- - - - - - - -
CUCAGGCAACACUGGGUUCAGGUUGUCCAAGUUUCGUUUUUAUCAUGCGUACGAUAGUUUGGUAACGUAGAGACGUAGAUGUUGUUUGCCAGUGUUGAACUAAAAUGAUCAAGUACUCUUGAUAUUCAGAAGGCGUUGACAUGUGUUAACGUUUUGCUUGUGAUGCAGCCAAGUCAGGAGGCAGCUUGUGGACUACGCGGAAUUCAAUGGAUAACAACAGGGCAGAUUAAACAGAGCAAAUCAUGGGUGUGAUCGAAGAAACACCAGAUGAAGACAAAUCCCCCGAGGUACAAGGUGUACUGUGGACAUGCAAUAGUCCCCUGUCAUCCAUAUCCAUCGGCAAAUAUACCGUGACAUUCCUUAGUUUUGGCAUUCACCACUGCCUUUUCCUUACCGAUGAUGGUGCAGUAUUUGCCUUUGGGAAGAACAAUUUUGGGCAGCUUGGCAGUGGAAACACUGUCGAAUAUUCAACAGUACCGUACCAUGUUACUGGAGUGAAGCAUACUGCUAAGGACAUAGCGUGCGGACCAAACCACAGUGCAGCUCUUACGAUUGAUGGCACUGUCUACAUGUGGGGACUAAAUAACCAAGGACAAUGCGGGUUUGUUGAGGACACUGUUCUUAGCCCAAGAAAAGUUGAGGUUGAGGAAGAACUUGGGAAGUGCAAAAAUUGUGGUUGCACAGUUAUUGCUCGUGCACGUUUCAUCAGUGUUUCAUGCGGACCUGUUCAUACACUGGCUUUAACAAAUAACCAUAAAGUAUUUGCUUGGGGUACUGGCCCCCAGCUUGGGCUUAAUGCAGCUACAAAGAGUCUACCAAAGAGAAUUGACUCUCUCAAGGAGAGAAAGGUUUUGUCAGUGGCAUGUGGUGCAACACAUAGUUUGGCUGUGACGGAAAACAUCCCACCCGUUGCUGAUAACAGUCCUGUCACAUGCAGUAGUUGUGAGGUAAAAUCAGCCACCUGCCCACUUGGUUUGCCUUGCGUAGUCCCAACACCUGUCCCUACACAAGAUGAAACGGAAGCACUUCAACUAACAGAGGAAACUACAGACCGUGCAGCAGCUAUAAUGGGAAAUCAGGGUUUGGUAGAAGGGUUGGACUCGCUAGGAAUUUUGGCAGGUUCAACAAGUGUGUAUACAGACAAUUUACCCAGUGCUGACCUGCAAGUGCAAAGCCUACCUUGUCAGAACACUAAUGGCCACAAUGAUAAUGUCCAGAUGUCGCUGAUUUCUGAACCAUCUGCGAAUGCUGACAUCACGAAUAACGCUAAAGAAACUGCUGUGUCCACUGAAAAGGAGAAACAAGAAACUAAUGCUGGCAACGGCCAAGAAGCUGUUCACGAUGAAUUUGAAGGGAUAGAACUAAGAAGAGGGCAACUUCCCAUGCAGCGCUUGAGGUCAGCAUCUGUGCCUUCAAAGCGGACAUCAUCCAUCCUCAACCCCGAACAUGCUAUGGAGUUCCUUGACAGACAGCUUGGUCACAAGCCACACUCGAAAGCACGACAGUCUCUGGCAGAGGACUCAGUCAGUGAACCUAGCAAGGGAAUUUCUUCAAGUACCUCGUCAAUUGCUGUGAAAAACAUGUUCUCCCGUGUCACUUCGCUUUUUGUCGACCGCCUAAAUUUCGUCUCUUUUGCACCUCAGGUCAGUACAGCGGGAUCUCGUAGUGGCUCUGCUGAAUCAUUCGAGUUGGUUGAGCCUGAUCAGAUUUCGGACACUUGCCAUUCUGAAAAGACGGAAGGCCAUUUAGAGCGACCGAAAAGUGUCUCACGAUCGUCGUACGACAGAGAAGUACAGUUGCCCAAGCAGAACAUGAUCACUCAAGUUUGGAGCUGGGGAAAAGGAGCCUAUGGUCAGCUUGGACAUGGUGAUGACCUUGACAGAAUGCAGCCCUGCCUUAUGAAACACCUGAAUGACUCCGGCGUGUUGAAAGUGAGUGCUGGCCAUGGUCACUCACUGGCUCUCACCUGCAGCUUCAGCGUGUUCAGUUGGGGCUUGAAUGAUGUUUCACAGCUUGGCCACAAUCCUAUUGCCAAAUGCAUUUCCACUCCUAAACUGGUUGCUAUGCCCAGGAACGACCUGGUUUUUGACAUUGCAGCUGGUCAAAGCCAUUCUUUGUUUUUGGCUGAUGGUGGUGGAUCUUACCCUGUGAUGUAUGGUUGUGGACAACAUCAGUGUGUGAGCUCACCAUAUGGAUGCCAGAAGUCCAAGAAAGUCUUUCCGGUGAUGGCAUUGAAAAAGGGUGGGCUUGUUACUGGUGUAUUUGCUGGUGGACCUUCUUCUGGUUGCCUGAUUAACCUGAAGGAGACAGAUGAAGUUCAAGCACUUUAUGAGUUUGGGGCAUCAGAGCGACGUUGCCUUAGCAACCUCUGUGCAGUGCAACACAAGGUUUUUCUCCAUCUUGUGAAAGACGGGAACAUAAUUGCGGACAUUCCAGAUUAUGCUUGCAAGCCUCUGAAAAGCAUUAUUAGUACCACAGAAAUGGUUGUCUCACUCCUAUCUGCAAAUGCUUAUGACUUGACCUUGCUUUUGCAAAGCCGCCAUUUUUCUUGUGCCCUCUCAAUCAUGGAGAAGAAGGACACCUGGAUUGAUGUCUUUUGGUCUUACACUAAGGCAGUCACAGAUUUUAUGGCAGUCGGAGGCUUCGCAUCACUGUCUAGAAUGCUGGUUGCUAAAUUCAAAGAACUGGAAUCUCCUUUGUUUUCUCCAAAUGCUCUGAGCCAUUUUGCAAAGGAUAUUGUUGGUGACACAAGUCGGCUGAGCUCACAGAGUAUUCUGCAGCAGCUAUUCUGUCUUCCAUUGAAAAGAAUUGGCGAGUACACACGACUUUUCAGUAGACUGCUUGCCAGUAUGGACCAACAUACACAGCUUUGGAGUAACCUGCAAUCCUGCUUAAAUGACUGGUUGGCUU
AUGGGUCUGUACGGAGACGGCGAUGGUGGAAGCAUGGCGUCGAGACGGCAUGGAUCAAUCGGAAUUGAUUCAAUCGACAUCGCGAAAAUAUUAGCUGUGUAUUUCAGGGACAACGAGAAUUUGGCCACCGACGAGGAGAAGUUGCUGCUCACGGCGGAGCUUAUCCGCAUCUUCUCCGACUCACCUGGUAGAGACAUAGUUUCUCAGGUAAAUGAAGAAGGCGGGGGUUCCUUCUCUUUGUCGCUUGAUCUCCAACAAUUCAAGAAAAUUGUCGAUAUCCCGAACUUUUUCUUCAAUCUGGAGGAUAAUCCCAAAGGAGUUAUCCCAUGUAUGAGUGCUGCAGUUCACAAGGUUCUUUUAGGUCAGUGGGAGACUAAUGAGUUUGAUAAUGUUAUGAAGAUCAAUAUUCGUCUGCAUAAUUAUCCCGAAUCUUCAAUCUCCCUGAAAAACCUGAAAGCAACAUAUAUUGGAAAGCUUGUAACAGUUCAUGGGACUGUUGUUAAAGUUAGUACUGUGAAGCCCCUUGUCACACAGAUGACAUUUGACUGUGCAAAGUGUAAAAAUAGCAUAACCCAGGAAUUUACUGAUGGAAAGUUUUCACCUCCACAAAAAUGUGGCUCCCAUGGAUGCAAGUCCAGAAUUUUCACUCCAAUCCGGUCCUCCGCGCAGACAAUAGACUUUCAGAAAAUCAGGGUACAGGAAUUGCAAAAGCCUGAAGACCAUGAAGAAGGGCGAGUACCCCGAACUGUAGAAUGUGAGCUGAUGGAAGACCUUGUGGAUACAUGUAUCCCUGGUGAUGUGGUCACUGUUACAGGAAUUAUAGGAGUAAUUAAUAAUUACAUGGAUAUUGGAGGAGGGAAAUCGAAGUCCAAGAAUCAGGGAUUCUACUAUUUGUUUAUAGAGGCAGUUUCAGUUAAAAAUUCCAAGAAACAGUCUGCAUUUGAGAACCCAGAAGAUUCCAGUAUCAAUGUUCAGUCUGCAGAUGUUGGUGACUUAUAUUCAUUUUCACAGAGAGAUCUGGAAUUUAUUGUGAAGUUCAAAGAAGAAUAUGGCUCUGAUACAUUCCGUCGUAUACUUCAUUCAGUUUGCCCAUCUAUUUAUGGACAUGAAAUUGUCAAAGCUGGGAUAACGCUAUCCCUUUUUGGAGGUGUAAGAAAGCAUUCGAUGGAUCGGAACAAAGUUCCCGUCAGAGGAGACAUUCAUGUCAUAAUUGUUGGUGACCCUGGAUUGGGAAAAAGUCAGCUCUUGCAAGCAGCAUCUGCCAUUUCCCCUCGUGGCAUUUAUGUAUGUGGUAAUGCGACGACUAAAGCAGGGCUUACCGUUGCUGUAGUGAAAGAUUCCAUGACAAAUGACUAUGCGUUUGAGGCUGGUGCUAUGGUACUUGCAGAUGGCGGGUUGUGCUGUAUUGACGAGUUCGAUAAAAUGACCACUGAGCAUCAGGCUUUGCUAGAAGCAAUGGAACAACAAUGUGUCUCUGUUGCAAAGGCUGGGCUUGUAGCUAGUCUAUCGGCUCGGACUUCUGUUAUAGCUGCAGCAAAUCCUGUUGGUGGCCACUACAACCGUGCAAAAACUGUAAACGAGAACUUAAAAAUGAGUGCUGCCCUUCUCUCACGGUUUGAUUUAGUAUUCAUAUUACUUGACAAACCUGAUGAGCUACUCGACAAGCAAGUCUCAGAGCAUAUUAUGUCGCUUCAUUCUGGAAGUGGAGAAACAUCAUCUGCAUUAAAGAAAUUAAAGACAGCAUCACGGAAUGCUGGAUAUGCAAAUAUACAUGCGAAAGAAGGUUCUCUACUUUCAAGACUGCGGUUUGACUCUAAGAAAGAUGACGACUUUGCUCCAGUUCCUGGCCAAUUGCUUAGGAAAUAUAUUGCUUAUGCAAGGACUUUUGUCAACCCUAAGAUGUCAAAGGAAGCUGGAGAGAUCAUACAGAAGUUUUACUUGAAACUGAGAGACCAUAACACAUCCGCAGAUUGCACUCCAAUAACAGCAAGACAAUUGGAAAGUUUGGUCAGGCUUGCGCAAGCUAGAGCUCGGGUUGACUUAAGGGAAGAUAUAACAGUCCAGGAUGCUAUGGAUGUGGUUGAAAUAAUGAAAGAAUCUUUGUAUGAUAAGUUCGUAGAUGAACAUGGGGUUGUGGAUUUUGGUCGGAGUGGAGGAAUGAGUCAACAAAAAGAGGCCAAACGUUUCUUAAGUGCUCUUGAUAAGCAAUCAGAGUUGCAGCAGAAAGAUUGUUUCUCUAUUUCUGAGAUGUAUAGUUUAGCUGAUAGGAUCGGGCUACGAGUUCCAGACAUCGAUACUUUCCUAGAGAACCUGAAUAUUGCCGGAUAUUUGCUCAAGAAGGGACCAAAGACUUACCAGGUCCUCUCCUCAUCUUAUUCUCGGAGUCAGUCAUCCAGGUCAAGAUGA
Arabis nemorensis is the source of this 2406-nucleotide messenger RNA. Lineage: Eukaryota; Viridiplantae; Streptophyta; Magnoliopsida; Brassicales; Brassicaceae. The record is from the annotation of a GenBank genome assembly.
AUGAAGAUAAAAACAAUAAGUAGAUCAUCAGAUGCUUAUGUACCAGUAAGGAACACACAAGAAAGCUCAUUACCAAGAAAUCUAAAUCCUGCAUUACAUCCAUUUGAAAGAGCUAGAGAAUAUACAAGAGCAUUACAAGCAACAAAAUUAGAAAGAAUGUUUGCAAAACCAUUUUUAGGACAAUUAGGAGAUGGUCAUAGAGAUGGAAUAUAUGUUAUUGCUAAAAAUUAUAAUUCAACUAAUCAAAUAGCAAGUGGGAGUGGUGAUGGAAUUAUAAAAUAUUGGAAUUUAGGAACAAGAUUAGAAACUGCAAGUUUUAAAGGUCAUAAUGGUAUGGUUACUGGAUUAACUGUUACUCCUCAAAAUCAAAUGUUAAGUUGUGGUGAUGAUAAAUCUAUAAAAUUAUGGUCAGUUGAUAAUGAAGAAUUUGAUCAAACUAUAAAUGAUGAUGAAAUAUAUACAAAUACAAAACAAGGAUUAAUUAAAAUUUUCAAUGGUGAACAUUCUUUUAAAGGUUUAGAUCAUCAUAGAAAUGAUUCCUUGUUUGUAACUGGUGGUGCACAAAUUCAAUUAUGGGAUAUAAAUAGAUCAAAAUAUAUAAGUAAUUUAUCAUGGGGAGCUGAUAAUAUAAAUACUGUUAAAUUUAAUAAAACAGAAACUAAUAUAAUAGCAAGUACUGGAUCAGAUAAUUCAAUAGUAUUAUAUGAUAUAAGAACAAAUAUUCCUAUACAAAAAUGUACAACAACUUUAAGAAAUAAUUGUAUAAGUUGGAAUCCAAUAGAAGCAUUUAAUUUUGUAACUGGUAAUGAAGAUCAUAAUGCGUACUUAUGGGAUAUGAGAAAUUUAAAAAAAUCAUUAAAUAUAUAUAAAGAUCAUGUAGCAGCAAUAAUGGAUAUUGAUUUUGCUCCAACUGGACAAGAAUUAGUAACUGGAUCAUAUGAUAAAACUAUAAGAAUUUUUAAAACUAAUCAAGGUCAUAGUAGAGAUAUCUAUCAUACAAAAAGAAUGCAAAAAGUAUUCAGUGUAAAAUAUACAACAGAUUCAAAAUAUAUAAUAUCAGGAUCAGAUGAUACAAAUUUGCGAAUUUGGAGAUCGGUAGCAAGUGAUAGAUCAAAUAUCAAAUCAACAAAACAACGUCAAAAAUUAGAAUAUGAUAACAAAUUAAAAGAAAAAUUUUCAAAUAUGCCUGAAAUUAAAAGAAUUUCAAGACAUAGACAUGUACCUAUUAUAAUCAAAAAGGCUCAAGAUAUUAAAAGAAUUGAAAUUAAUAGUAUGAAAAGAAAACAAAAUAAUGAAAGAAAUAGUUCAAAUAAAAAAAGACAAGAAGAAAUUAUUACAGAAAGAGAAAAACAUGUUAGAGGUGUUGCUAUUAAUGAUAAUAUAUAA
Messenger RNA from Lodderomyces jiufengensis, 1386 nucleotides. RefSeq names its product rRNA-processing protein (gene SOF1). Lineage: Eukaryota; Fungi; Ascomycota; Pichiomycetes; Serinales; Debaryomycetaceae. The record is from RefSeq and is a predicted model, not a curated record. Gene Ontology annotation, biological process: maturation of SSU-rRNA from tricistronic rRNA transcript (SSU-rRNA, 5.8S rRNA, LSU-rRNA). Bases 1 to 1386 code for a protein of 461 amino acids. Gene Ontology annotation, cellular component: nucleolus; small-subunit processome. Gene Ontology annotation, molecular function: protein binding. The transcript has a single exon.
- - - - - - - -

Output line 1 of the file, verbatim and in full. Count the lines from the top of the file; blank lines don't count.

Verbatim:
CUCAGGCAACACUGGGUUCAGGUUGUCCAAGUUUCGUUUUUAUCAUGCGUACGAUAGUUUGGUAACGUAGAGACGUAGAUGUUGUUUGCCAGUGUUGAACUAAAAUGAUCAAGUACUCUUGAUAUUCAGAAGGCGUUGACAUGUGUUAACGUUUUGCUUGUGAUGCAGCCAAGUCAGGAGGCAGCUUGUGGACUACGCGGAAUUCAAUGGAUAACAACAGGGCAGAUUAAACAGAGCAAAUCAUGGGUGUGAUCGAAGAAACACCAGAUGAAGACAAAUCCCCCGAGGUACAAGGUGUACUGUGGACAUGCAAUAGUCCCCUGUCAUCCAUAUCCAUCGGCAAAUAUACCGUGACAUUCCUUAGUUUUGGCAUUCACCACUGCCUUUUCCUUACCGAUGAUGGUGCAGUAUUUGCCUUUGGGAAGAACAAUUUUGGGCAGCUUGGCAGUGGAAACACUGUCGAAUAUUCAACAGUACCGUACCAUGUUACUGGAGUGAAGCAUACUGCUAAGGACAUAGCGUGCGGACCAAACCACAGUGCAGCUCUUACGAUUGAUGGCACUGUCUACAUGUGGGGACUAAAUAACCAAGGACAAUGCGGGUUUGUUGAGGACACUGUUCUUAGCCCAAGAAAAGUUGAGGUUGAGGAAGAACUUGGGAAGUGCAAAAAUUGUGGUUGCACAGUUAUUGCUCGUGCACGUUUCAUCAGUGUUUCAUGCGGACCUGUUCAUACACUGGCUUUAACAAAUAACCAUAAAGUAUUUGCUUGGGGUACUGGCCCCCAGCUUGGGCUUAAUGCAGCUACAAAGAGUCUACCAAAGAGAAUUGACUCUCUCAAGGAGAGAAAGGUUUUGUCAGUGGCAUGUGGUGCAACACAUAGUUUGGCUGUGACGGAAAACAUCCCACCCGUUGCUGAUAACAGUCCUGUCACAUGCAGUAGUUGUGAGGUAAAAUCAGCCACCUGCCCACUUGGUUUGCCUUGCGUAGUCCCAACACCUGUCCCUACACAAGAUGAAACGGAAGCACUUCAACUAACAGAGGAAACUACAGACCGUGCAGCAGCUAUAAUGGGAAAUCAGGGUUUGGUAGAAGGGUUGGACUCGCUAGGAAUUUUGGCAGGUUCAACAAGUGUGUAUACAGACAAUUUACCCAGUGCUGACCUGCAAGUGCAAAGCCUACCUUGUCAGAACACUAAUGGCCACAAUGAUAAUGUCCAGAUGUCGCUGAUUUCUGAACCAUCUGCGAAUGCUGACAUCACGAAUAACGCUAAAGAAACUGCUGUGUCCACUGAAAAGGAGAAACAAGAAACUAAUGCUGGCAACGGCCAAGAAGCUGUUCACGAUGAAUUUGAAGGGAUAGAACUAAGAAGAGGGCAACUUCCCAUGCAGCGCUUGAGGUCAGCAUCUGUGCCUUCAAAGCGGACAUCAUCCAUCCUCAACCCCGAACAUGCUAUGGAGUUCCUUGACAGACAGCUUGGUCACAAGCCACACUCGAAAGCACGACAGUCUCUGGCAGAGGACUCAGUCAGUGAACCUAGCAAGGGAAUUUCUUCAAGUACCUCGUCAAUUGCUGUGAAAAACAUGUUCUCCCGUGUCACUUCGCUUUUUGUCGACCGCCUAAAUUUCGUCUCUUUUGCACCUCAGGUCAGUACAGCGGGAUCUCGUAGUGGCUCUGCUGAAUCAUUCGAGUUGGUUGAGCCUGAUCAGAUUUCGGACACUUGCCAUUCUGAAAAGACGGAAGGCCAUUUAGAGCGACCGAAAAGUGUCUCACGAUCGUCGUACGACAGAGAAGUACAGUUGCCCAAGCAGAACAUGAUCACUCAAGUUUGGAGCUGGGGAAAAGGAGCCUAUGGUCAGCUUGGACAUGGUGAUGACCUUGACAGAAUGCAGCCCUGCCUUAUGAAACACCUGAAUGACUCCGGCGUGUUGAAAGUGAGUGCUGGCCAUGGUCACUCACUGGCUCUCACCUGCAGCUUCAGCGUGUUCAGUUGGGGCUUGAAUGAUGUUUCACAGCUUGGCCACAAUCCUAUUGCCAAAUGCAUUUCCACUCCUAAACUGGUUGCUAUGCCCAGGAACGACCUGGUUUUUGACAUUGCAGCUGGUCAAAGCCAUUCUUUGUUUUUGGCUGAUGGUGGUGGAUCUUACCCUGUGAUGUAUGGUUGUGGACAACAUCAGUGUGUGAGCUCACCAUAUGGAUGCCAGAAGUCCAAGAAAGUCUUUCCGGUGAUGGCAUUGAAAAAGGGUGGGCUUGUUACUGGUGUAUUUGCUGGUGGACCUUCUUCUGGUUGCCUGAUUAACCUGAAGGAGACAGAUGAAGUUCAAGCACUUUAUGAGUUUGGGGCAUCAGAGCGACGUUGCCUUAGCAACCUCUGUGCAGUGCAACACAAGGUUUUUCUCCAUCUUGUGAAAGACGGGAACAUAAUUGCGGACAUUCCAGAUUAUGCUUGCAAGCCUCUGAAAAGCAUUAUUAGUACCACAGAAAUGGUUGUCUCACUCCUAUCUGCAAAUGCUUAUGACUUGACCUUGCUUUUGCAAAGCCGCCAUUUUUCUUGUGCCCUCUCAAUCAUGGAGAAGAAGGACACCUGGAUUGAUGUCUUUUGGUCUUACACUAAGGCAGUCACAGAUUUUAUGGCAGUCGGAGGCUUCGCAUCACUGUCUAGAAUGCUGGUUGCUAAAUUCAAAGAACUGGAAUCUCCUUUGUUUUCUCCAAAUGCUCUGAGCCAUUUUGCAAAGGAUAUUGUUGGUGACACAAGUCGGCUGAGCUCACAGAGUAUUCUGCAGCAGCUAUUCUGUCUUCCAUUGAAAAGAAUUGGCGAGUACACACGACUUUUCAGUAGACUGCUUGCCAGUAUGGACCAACAUACACAGCUUUGGAGUAACCUGCAAUCCUGCUUAAAUGACUGGUUGGCUU